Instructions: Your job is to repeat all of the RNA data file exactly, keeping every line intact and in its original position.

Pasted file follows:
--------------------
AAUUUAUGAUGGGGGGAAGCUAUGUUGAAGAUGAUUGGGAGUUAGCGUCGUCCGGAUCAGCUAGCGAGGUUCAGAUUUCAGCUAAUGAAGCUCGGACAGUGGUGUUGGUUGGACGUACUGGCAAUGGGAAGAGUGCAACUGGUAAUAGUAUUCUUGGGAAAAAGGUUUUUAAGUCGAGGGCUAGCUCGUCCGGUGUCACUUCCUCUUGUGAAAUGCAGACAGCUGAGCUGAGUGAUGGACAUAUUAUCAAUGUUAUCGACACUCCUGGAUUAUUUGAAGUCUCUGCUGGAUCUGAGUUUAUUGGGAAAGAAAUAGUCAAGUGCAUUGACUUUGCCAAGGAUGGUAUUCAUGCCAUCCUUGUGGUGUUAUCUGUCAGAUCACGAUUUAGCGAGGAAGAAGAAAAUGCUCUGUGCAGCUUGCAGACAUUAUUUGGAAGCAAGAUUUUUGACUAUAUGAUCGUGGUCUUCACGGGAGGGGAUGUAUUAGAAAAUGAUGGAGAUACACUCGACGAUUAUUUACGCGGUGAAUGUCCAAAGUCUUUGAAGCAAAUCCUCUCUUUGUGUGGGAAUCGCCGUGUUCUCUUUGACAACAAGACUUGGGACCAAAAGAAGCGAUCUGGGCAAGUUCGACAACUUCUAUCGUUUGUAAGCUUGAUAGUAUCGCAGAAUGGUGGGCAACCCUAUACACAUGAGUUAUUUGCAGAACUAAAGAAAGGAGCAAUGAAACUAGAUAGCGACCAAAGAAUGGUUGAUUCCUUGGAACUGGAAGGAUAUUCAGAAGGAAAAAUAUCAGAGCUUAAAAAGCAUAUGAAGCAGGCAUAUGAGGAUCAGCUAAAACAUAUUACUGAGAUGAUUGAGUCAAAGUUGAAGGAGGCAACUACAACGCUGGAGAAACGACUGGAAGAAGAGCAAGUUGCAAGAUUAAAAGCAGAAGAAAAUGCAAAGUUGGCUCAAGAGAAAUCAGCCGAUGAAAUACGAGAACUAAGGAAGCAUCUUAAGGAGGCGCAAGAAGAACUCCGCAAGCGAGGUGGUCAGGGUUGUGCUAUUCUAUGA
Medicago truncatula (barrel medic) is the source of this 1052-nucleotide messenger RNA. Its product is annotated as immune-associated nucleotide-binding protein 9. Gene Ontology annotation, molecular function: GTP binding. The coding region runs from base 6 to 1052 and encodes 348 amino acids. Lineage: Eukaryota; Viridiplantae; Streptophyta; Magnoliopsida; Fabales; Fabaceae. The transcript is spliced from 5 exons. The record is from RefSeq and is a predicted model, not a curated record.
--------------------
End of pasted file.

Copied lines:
AAUUUAUGAUGGGGGGAAGCUAUGUUGAAGAUGAUUGGGAGUUAGCGUCGUCCGGAUCAGCUAGCGAGGUUCAGAUUUCAGCUAAUGAAGCUCGGACAGUGGUGUUGGUUGGACGUACUGGCAAUGGGAAGAGUGCAACUGGUAAUAGUAUUCUUGGGAAAAAGGUUUUUAAGUCGAGGGCUAGCUCGUCCGGUGUCACUUCCUCUUGUGAAAUGCAGACAGCUGAGCUGAGUGAUGGACAUAUUAUCAAUGUUAUCGACACUCCUGGAUUAUUUGAAGUCUCUGCUGGAUCUGAGUUUAUUGGGAAAGAAAUAGUCAAGUGCAUUGACUUUGCCAAGGAUGGUAUUCAUGCCAUCCUUGUGGUGUUAUCUGUCAGAUCACGAUUUAGCGAGGAAGAAGAAAAUGCUCUGUGCAGCUUGCAGACAUUAUUUGGAAGCAAGAUUUUUGACUAUAUGAUCGUGGUCUUCACGGGAGGGGAUGUAUUAGAAAAUGAUGGAGAUACACUCGACGAUUAUUUACGCGGUGAAUGUCCAAAGUCUUUGAAGCAAAUCCUCUCUUUGUGUGGGAAUCGCCGUGUUCUCUUUGACAACAAGACUUGGGACCAAAAGAAGCGAUCUGGGCAAGUUCGACAACUUCUAUCGUUUGUAAGCUUGAUAGUAUCGCAGAAUGGUGGGCAACCCUAUACACAUGAGUUAUUUGCAGAACUAAAGAAAGGAGCAAUGAAACUAGAUAGCGACCAAAGAAUGGUUGAUUCCUUGGAACUGGAAGGAUAUUCAGAAGGAAAAAUAUCAGAGCUUAAAAAGCAUAUGAAGCAGGCAUAUGAGGAUCAGCUAAAACAUAUUACUGAGAUGAUUGAGUCAAAGUUGAAGGAGGCAACUACAACGCUGGAGAAACGACUGGAAGAAGAGCAAGUUGCAAGAUUAAAAGCAGAAGAAAAUGCAAAGUUGGCUCAAGAGAAAUCAGCCGAUGAAAUACGAGAACUAAGGAAGCAUCUUAAGGAGGCGCAAGAAGAACUCCGCAAGCGAGGUGGUCAGGGUUGUGCUAUUCUAUGA
Medicago truncatula (barrel medic) is the source of this 1052-nucleotide messenger RNA. Its product is annotated as immune-associated nucleotide-binding protein 9. Gene Ontology annotation, molecular function: GTP binding. The coding region runs from base 6 to 1052 and encodes 348 amino acids. Lineage: Eukaryota; Viridiplantae; Streptophyta; Magnoliopsida; Fabales; Fabaceae. The transcript is spliced from 5 exons. The record is from RefSeq and is a predicted model, not a curated record.